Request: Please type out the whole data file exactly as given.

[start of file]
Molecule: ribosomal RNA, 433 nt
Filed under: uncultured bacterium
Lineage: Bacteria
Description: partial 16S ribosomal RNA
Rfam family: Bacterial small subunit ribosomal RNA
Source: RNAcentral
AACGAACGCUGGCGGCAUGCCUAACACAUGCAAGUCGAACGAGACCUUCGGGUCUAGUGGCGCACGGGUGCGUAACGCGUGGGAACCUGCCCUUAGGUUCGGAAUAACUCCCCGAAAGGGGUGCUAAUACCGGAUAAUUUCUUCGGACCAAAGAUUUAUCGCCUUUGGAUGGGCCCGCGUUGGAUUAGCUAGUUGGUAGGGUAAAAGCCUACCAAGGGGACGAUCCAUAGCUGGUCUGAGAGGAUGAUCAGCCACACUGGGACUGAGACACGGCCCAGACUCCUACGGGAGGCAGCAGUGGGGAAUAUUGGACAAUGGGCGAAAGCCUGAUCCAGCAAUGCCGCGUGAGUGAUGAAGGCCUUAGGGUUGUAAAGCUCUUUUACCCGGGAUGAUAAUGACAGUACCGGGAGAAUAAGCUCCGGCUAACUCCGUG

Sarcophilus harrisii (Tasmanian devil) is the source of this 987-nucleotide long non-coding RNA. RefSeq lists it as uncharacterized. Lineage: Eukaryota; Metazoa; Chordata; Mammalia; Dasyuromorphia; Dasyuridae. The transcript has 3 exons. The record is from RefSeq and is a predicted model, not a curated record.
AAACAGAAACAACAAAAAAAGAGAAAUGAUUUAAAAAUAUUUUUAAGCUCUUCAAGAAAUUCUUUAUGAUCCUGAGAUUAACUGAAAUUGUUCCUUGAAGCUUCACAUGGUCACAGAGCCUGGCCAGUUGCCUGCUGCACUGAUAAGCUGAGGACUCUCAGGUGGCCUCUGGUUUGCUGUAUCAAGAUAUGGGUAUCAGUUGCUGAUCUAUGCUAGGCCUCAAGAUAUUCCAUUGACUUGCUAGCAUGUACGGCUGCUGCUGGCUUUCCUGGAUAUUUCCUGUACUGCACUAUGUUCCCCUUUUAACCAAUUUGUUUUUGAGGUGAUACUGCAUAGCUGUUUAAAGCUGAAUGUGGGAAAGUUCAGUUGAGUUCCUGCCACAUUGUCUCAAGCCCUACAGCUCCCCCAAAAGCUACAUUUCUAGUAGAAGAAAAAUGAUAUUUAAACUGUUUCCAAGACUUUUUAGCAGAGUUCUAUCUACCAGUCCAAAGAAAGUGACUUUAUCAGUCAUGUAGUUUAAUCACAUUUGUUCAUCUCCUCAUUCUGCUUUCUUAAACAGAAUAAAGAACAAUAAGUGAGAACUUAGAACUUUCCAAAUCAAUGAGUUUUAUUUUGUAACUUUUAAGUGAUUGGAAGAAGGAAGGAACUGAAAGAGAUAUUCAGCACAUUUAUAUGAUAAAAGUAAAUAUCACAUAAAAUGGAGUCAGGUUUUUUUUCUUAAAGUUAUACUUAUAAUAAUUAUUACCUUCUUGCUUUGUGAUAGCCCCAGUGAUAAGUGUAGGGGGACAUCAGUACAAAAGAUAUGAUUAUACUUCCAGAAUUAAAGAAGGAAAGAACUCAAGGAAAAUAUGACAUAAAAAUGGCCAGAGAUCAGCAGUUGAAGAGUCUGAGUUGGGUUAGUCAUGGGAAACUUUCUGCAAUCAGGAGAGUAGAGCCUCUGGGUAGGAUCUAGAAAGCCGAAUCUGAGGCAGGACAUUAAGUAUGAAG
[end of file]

Molecule: ribosomal RNA, 433 nt
Filed under: uncultured bacterium
Lineage: Bacteria
Description: partial 16S ribosomal RNA
Rfam family: Bacterial small subunit ribosomal RNA
Source: RNAcentral
AACGAACGCUGGCGGCAUGCCUAACACAUGCAAGUCGAACGAGACCUUCGGGUCUAGUGGCGCACGGGUGCGUAACGCGUGGGAACCUGCCCUUAGGUUCGGAAUAACUCCCCGAAAGGGGUGCUAAUACCGGAUAAUUUCUUCGGACCAAAGAUUUAUCGCCUUUGGAUGGGCCCGCGUUGGAUUAGCUAGUUGGUAGGGUAAAAGCCUACCAAGGGGACGAUCCAUAGCUGGUCUGAGAGGAUGAUCAGCCACACUGGGACUGAGACACGGCCCAGACUCCUACGGGAGGCAGCAGUGGGGAAUAUUGGACAAUGGGCGAAAGCCUGAUCCAGCAAUGCCGCGUGAGUGAUGAAGGCCUUAGGGUUGUAAAGCUCUUUUACCCGGGAUGAUAAUGACAGUACCGGGAGAAUAAGCUCCGGCUAACUCCGUG

Sarcophilus harrisii (Tasmanian devil) is the source of this 987-nucleotide long non-coding RNA. RefSeq lists it as uncharacterized. Lineage: Eukaryota; Metazoa; Chordata; Mammalia; Dasyuromorphia; Dasyuridae. The transcript has 3 exons. The record is from RefSeq and is a predicted model, not a curated record.
AAACAGAAACAACAAAAAAAGAGAAAUGAUUUAAAAAUAUUUUUAAGCUCUUCAAGAAAUUCUUUAUGAUCCUGAGAUUAACUGAAAUUGUUCCUUGAAGCUUCACAUGGUCACAGAGCCUGGCCAGUUGCCUGCUGCACUGAUAAGCUGAGGACUCUCAGGUGGCCUCUGGUUUGCUGUAUCAAGAUAUGGGUAUCAGUUGCUGAUCUAUGCUAGGCCUCAAGAUAUUCCAUUGACUUGCUAGCAUGUACGGCUGCUGCUGGCUUUCCUGGAUAUUUCCUGUACUGCACUAUGUUCCCCUUUUAACCAAUUUGUUUUUGAGGUGAUACUGCAUAGCUGUUUAAAGCUGAAUGUGGGAAAGUUCAGUUGAGUUCCUGCCACAUUGUCUCAAGCCCUACAGCUCCCCCAAAAGCUACAUUUCUAGUAGAAGAAAAAUGAUAUUUAAACUGUUUCCAAGACUUUUUAGCAGAGUUCUAUCUACCAGUCCAAAGAAAGUGACUUUAUCAGUCAUGUAGUUUAAUCACAUUUGUUCAUCUCCUCAUUCUGCUUUCUUAAACAGAAUAAAGAACAAUAAGUGAGAACUUAGAACUUUCCAAAUCAAUGAGUUUUAUUUUGUAACUUUUAAGUGAUUGGAAGAAGGAAGGAACUGAAAGAGAUAUUCAGCACAUUUAUAUGAUAAAAGUAAAUAUCACAUAAAAUGGAGUCAGGUUUUUUUUCUUAAAGUUAUACUUAUAAUAAUUAUUACCUUCUUGCUUUGUGAUAGCCCCAGUGAUAAGUGUAGGGGGACAUCAGUACAAAAGAUAUGAUUAUACUUCCAGAAUUAAAGAAGGAAAGAACUCAAGGAAAAUAUGACAUAAAAAUGGCCAGAGAUCAGCAGUUGAAGAGUCUGAGUUGGGUUAGUCAUGGGAAACUUUCUGCAAUCAGGAGAGUAGAGCCUCUGGGUAGGAUCUAGAAAGCCGAAUCUGAGGCAGGACAUUAAGUAUGAAG